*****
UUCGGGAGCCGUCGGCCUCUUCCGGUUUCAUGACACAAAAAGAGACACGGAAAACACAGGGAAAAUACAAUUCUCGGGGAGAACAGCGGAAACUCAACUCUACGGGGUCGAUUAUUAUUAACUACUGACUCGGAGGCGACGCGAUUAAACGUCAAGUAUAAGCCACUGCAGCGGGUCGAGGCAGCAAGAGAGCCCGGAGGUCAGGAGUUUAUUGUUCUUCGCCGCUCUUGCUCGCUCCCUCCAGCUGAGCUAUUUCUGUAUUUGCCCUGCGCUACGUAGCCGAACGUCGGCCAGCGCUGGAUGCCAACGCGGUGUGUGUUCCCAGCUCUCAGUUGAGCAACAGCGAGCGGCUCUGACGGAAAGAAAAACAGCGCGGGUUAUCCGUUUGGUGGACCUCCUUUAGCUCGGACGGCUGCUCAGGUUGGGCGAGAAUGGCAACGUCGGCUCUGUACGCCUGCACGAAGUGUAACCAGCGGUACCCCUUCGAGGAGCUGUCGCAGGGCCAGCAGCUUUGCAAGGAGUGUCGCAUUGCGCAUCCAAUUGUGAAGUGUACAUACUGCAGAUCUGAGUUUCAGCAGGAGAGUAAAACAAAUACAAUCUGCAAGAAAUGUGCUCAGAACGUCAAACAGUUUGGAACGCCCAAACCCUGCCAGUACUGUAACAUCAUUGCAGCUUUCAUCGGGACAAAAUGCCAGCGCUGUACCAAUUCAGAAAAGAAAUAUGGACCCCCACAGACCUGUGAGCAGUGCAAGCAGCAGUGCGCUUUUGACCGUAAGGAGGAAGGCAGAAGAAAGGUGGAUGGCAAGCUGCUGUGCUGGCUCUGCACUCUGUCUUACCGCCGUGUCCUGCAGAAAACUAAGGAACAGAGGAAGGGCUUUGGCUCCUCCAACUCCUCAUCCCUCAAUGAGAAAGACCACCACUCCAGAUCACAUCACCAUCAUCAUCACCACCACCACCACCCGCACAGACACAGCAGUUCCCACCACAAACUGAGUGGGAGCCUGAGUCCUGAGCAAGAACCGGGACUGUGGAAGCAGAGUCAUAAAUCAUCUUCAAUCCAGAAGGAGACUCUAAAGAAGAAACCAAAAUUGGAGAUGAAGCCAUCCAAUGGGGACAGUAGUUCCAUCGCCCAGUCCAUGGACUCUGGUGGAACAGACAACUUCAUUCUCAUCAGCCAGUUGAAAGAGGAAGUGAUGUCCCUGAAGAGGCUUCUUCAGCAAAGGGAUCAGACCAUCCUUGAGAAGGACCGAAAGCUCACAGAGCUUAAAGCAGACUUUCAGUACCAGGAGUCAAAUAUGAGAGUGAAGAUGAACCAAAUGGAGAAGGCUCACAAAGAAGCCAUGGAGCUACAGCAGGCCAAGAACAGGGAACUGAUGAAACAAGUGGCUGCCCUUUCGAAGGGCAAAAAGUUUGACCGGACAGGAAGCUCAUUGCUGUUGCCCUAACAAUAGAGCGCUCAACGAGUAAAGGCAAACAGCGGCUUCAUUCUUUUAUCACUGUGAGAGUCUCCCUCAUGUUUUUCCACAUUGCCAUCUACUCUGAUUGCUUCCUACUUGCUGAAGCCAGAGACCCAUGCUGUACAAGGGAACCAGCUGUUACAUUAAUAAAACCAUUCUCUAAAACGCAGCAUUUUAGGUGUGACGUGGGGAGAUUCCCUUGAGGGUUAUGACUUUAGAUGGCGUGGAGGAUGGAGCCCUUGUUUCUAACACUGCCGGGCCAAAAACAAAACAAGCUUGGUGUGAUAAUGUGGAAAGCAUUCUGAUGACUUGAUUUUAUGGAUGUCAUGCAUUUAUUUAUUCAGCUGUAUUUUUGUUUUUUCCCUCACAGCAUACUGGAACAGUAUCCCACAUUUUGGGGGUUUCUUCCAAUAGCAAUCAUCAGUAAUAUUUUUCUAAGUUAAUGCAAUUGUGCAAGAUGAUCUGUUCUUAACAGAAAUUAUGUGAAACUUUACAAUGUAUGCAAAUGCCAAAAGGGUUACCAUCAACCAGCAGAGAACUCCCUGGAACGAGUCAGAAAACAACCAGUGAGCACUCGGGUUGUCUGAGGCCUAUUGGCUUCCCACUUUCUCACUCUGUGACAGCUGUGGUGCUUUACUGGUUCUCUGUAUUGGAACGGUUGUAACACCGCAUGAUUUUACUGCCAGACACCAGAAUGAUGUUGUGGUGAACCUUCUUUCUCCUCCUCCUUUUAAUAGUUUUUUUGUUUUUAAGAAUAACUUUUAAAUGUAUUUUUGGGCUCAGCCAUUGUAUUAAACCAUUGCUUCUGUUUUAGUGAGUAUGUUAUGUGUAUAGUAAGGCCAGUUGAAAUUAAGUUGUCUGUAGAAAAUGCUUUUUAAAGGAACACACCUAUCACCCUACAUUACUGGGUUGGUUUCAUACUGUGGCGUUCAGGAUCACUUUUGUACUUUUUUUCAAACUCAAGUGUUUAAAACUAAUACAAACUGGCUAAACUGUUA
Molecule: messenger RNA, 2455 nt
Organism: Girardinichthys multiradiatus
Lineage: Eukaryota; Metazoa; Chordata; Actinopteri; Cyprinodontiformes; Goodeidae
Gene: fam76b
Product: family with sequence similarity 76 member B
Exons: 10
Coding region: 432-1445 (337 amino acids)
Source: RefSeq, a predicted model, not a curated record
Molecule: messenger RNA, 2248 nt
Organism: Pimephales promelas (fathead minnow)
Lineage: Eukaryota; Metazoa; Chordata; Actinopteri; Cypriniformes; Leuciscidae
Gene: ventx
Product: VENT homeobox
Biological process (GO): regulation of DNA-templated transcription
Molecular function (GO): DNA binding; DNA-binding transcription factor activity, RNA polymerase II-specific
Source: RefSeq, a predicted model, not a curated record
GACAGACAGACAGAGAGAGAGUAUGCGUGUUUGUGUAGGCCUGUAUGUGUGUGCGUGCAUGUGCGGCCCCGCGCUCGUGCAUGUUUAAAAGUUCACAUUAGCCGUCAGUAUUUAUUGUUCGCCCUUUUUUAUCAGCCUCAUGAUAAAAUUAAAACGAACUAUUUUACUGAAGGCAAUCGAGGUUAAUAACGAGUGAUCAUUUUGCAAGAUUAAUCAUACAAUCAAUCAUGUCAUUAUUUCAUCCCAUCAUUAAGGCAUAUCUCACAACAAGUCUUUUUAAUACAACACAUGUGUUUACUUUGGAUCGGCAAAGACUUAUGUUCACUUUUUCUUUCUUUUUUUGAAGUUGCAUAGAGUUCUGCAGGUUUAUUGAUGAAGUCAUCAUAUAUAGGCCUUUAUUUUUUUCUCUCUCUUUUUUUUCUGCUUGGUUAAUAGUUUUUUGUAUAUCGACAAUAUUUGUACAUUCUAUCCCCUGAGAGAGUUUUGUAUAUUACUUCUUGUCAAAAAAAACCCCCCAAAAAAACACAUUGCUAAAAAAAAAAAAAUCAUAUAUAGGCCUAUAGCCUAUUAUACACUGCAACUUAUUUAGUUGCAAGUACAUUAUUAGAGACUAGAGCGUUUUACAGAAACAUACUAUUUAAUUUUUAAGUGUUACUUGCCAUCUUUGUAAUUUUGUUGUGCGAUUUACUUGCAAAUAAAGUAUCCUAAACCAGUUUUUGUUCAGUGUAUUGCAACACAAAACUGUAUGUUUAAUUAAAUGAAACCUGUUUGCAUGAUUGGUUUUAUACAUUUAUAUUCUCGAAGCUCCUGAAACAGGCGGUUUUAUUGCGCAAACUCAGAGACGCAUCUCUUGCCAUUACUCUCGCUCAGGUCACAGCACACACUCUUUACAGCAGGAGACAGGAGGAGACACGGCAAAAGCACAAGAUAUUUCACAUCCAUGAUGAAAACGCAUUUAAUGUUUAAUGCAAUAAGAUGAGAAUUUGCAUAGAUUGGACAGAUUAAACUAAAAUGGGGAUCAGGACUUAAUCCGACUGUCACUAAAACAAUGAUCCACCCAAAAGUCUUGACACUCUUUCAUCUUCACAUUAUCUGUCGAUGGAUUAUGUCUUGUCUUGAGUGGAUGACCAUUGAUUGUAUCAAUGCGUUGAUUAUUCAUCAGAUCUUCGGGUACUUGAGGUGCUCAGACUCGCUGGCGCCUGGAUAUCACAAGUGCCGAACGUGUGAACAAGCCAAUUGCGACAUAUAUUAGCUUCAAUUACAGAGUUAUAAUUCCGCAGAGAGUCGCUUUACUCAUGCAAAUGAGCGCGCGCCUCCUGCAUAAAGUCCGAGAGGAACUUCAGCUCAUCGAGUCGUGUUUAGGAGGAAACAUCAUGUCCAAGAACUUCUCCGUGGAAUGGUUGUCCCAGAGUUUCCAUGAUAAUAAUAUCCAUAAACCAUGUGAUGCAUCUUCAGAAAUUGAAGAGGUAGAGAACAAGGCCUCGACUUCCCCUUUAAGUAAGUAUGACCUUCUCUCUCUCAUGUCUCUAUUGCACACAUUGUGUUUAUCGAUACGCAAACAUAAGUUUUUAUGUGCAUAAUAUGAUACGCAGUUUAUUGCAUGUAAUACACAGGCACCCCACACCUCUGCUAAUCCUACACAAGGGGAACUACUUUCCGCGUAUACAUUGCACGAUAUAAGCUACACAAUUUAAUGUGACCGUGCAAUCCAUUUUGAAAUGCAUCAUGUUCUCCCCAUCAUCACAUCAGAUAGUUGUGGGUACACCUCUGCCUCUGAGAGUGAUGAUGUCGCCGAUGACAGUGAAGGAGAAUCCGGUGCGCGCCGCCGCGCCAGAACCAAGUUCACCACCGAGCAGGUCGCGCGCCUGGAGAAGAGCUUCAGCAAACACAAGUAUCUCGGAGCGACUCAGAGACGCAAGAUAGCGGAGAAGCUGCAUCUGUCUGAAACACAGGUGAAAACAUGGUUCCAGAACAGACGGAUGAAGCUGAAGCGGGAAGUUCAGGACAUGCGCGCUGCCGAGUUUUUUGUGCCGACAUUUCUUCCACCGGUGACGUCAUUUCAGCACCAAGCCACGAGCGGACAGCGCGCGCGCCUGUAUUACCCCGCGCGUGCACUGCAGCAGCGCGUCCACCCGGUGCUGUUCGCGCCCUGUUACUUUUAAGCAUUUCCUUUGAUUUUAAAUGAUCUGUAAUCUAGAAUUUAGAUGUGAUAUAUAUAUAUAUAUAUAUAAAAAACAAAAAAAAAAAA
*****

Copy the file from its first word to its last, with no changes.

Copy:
UUCGGGAGCCGUCGGCCUCUUCCGGUUUCAUGACACAAAAAGAGACACGGAAAACACAGGGAAAAUACAAUUCUCGGGGAGAACAGCGGAAACUCAACUCUACGGGGUCGAUUAUUAUUAACUACUGACUCGGAGGCGACGCGAUUAAACGUCAAGUAUAAGCCACUGCAGCGGGUCGAGGCAGCAAGAGAGCCCGGAGGUCAGGAGUUUAUUGUUCUUCGCCGCUCUUGCUCGCUCCCUCCAGCUGAGCUAUUUCUGUAUUUGCCCUGCGCUACGUAGCCGAACGUCGGCCAGCGCUGGAUGCCAACGCGGUGUGUGUUCCCAGCUCUCAGUUGAGCAACAGCGAGCGGCUCUGACGGAAAGAAAAACAGCGCGGGUUAUCCGUUUGGUGGACCUCCUUUAGCUCGGACGGCUGCUCAGGUUGGGCGAGAAUGGCAACGUCGGCUCUGUACGCCUGCACGAAGUGUAACCAGCGGUACCCCUUCGAGGAGCUGUCGCAGGGCCAGCAGCUUUGCAAGGAGUGUCGCAUUGCGCAUCCAAUUGUGAAGUGUACAUACUGCAGAUCUGAGUUUCAGCAGGAGAGUAAAACAAAUACAAUCUGCAAGAAAUGUGCUCAGAACGUCAAACAGUUUGGAACGCCCAAACCCUGCCAGUACUGUAACAUCAUUGCAGCUUUCAUCGGGACAAAAUGCCAGCGCUGUACCAAUUCAGAAAAGAAAUAUGGACCCCCACAGACCUGUGAGCAGUGCAAGCAGCAGUGCGCUUUUGACCGUAAGGAGGAAGGCAGAAGAAAGGUGGAUGGCAAGCUGCUGUGCUGGCUCUGCACUCUGUCUUACCGCCGUGUCCUGCAGAAAACUAAGGAACAGAGGAAGGGCUUUGGCUCCUCCAACUCCUCAUCCCUCAAUGAGAAAGACCACCACUCCAGAUCACAUCACCAUCAUCAUCACCACCACCACCACCCGCACAGACACAGCAGUUCCCACCACAAACUGAGUGGGAGCCUGAGUCCUGAGCAAGAACCGGGACUGUGGAAGCAGAGUCAUAAAUCAUCUUCAAUCCAGAAGGAGACUCUAAAGAAGAAACCAAAAUUGGAGAUGAAGCCAUCCAAUGGGGACAGUAGUUCCAUCGCCCAGUCCAUGGACUCUGGUGGAACAGACAACUUCAUUCUCAUCAGCCAGUUGAAAGAGGAAGUGAUGUCCCUGAAGAGGCUUCUUCAGCAAAGGGAUCAGACCAUCCUUGAGAAGGACCGAAAGCUCACAGAGCUUAAAGCAGACUUUCAGUACCAGGAGUCAAAUAUGAGAGUGAAGAUGAACCAAAUGGAGAAGGCUCACAAAGAAGCCAUGGAGCUACAGCAGGCCAAGAACAGGGAACUGAUGAAACAAGUGGCUGCCCUUUCGAAGGGCAAAAAGUUUGACCGGACAGGAAGCUCAUUGCUGUUGCCCUAACAAUAGAGCGCUCAACGAGUAAAGGCAAACAGCGGCUUCAUUCUUUUAUCACUGUGAGAGUCUCCCUCAUGUUUUUCCACAUUGCCAUCUACUCUGAUUGCUUCCUACUUGCUGAAGCCAGAGACCCAUGCUGUACAAGGGAACCAGCUGUUACAUUAAUAAAACCAUUCUCUAAAACGCAGCAUUUUAGGUGUGACGUGGGGAGAUUCCCUUGAGGGUUAUGACUUUAGAUGGCGUGGAGGAUGGAGCCCUUGUUUCUAACACUGCCGGGCCAAAAACAAAACAAGCUUGGUGUGAUAAUGUGGAAAGCAUUCUGAUGACUUGAUUUUAUGGAUGUCAUGCAUUUAUUUAUUCAGCUGUAUUUUUGUUUUUUCCCUCACAGCAUACUGGAACAGUAUCCCACAUUUUGGGGGUUUCUUCCAAUAGCAAUCAUCAGUAAUAUUUUUCUAAGUUAAUGCAAUUGUGCAAGAUGAUCUGUUCUUAACAGAAAUUAUGUGAAACUUUACAAUGUAUGCAAAUGCCAAAAGGGUUACCAUCAACCAGCAGAGAACUCCCUGGAACGAGUCAGAAAACAACCAGUGAGCACUCGGGUUGUCUGAGGCCUAUUGGCUUCCCACUUUCUCACUCUGUGACAGCUGUGGUGCUUUACUGGUUCUCUGUAUUGGAACGGUUGUAACACCGCAUGAUUUUACUGCCAGACACCAGAAUGAUGUUGUGGUGAACCUUCUUUCUCCUCCUCCUUUUAAUAGUUUUUUUGUUUUUAAGAAUAACUUUUAAAUGUAUUUUUGGGCUCAGCCAUUGUAUUAAACCAUUGCUUCUGUUUUAGUGAGUAUGUUAUGUGUAUAGUAAGGCCAGUUGAAAUUAAGUUGUCUGUAGAAAAUGCUUUUUAAAGGAACACACCUAUCACCCUACAUUACUGGGUUGGUUUCAUACUGUGGCGUUCAGGAUCACUUUUGUACUUUUUUUCAAACUCAAGUGUUUAAAACUAAUACAAACUGGCUAAACUGUUA
Molecule: messenger RNA, 2455 nt
Organism: Girardinichthys multiradiatus
Lineage: Eukaryota; Metazoa; Chordata; Actinopteri; Cyprinodontiformes; Goodeidae
Gene: fam76b
Product: family with sequence similarity 76 member B
Exons: 10
Coding region: 432-1445 (337 amino acids)
Source: RefSeq, a predicted model, not a curated record
Molecule: messenger RNA, 2248 nt
Organism: Pimephales promelas (fathead minnow)
Lineage: Eukaryota; Metazoa; Chordata; Actinopteri; Cypriniformes; Leuciscidae
Gene: ventx
Product: VENT homeobox
Biological process (GO): regulation of DNA-templated transcription
Molecular function (GO): DNA binding; DNA-binding transcription factor activity, RNA polymerase II-specific
Source: RefSeq, a predicted model, not a curated record
GACAGACAGACAGAGAGAGAGUAUGCGUGUUUGUGUAGGCCUGUAUGUGUGUGCGUGCAUGUGCGGCCCCGCGCUCGUGCAUGUUUAAAAGUUCACAUUAGCCGUCAGUAUUUAUUGUUCGCCCUUUUUUAUCAGCCUCAUGAUAAAAUUAAAACGAACUAUUUUACUGAAGGCAAUCGAGGUUAAUAACGAGUGAUCAUUUUGCAAGAUUAAUCAUACAAUCAAUCAUGUCAUUAUUUCAUCCCAUCAUUAAGGCAUAUCUCACAACAAGUCUUUUUAAUACAACACAUGUGUUUACUUUGGAUCGGCAAAGACUUAUGUUCACUUUUUCUUUCUUUUUUUGAAGUUGCAUAGAGUUCUGCAGGUUUAUUGAUGAAGUCAUCAUAUAUAGGCCUUUAUUUUUUUCUCUCUCUUUUUUUUCUGCUUGGUUAAUAGUUUUUUGUAUAUCGACAAUAUUUGUACAUUCUAUCCCCUGAGAGAGUUUUGUAUAUUACUUCUUGUCAAAAAAAACCCCCCAAAAAAACACAUUGCUAAAAAAAAAAAAAUCAUAUAUAGGCCUAUAGCCUAUUAUACACUGCAACUUAUUUAGUUGCAAGUACAUUAUUAGAGACUAGAGCGUUUUACAGAAACAUACUAUUUAAUUUUUAAGUGUUACUUGCCAUCUUUGUAAUUUUGUUGUGCGAUUUACUUGCAAAUAAAGUAUCCUAAACCAGUUUUUGUUCAGUGUAUUGCAACACAAAACUGUAUGUUUAAUUAAAUGAAACCUGUUUGCAUGAUUGGUUUUAUACAUUUAUAUUCUCGAAGCUCCUGAAACAGGCGGUUUUAUUGCGCAAACUCAGAGACGCAUCUCUUGCCAUUACUCUCGCUCAGGUCACAGCACACACUCUUUACAGCAGGAGACAGGAGGAGACACGGCAAAAGCACAAGAUAUUUCACAUCCAUGAUGAAAACGCAUUUAAUGUUUAAUGCAAUAAGAUGAGAAUUUGCAUAGAUUGGACAGAUUAAACUAAAAUGGGGAUCAGGACUUAAUCCGACUGUCACUAAAACAAUGAUCCACCCAAAAGUCUUGACACUCUUUCAUCUUCACAUUAUCUGUCGAUGGAUUAUGUCUUGUCUUGAGUGGAUGACCAUUGAUUGUAUCAAUGCGUUGAUUAUUCAUCAGAUCUUCGGGUACUUGAGGUGCUCAGACUCGCUGGCGCCUGGAUAUCACAAGUGCCGAACGUGUGAACAAGCCAAUUGCGACAUAUAUUAGCUUCAAUUACAGAGUUAUAAUUCCGCAGAGAGUCGCUUUACUCAUGCAAAUGAGCGCGCGCCUCCUGCAUAAAGUCCGAGAGGAACUUCAGCUCAUCGAGUCGUGUUUAGGAGGAAACAUCAUGUCCAAGAACUUCUCCGUGGAAUGGUUGUCCCAGAGUUUCCAUGAUAAUAAUAUCCAUAAACCAUGUGAUGCAUCUUCAGAAAUUGAAGAGGUAGAGAACAAGGCCUCGACUUCCCCUUUAAGUAAGUAUGACCUUCUCUCUCUCAUGUCUCUAUUGCACACAUUGUGUUUAUCGAUACGCAAACAUAAGUUUUUAUGUGCAUAAUAUGAUACGCAGUUUAUUGCAUGUAAUACACAGGCACCCCACACCUCUGCUAAUCCUACACAAGGGGAACUACUUUCCGCGUAUACAUUGCACGAUAUAAGCUACACAAUUUAAUGUGACCGUGCAAUCCAUUUUGAAAUGCAUCAUGUUCUCCCCAUCAUCACAUCAGAUAGUUGUGGGUACACCUCUGCCUCUGAGAGUGAUGAUGUCGCCGAUGACAGUGAAGGAGAAUCCGGUGCGCGCCGCCGCGCCAGAACCAAGUUCACCACCGAGCAGGUCGCGCGCCUGGAGAAGAGCUUCAGCAAACACAAGUAUCUCGGAGCGACUCAGAGACGCAAGAUAGCGGAGAAGCUGCAUCUGUCUGAAACACAGGUGAAAACAUGGUUCCAGAACAGACGGAUGAAGCUGAAGCGGGAAGUUCAGGACAUGCGCGCUGCCGAGUUUUUUGUGCCGACAUUUCUUCCACCGGUGACGUCAUUUCAGCACCAAGCCACGAGCGGACAGCGCGCGCGCCUGUAUUACCCCGCGCGUGCACUGCAGCAGCGCGUCCACCCGGUGCUGUUCGCGCCCUGUUACUUUUAAGCAUUUCCUUUGAUUUUAAAUGAUCUGUAAUCUAGAAUUUAGAUGUGAUAUAUAUAUAUAUAUAUAUAAAAAACAAAAAAAAAAAA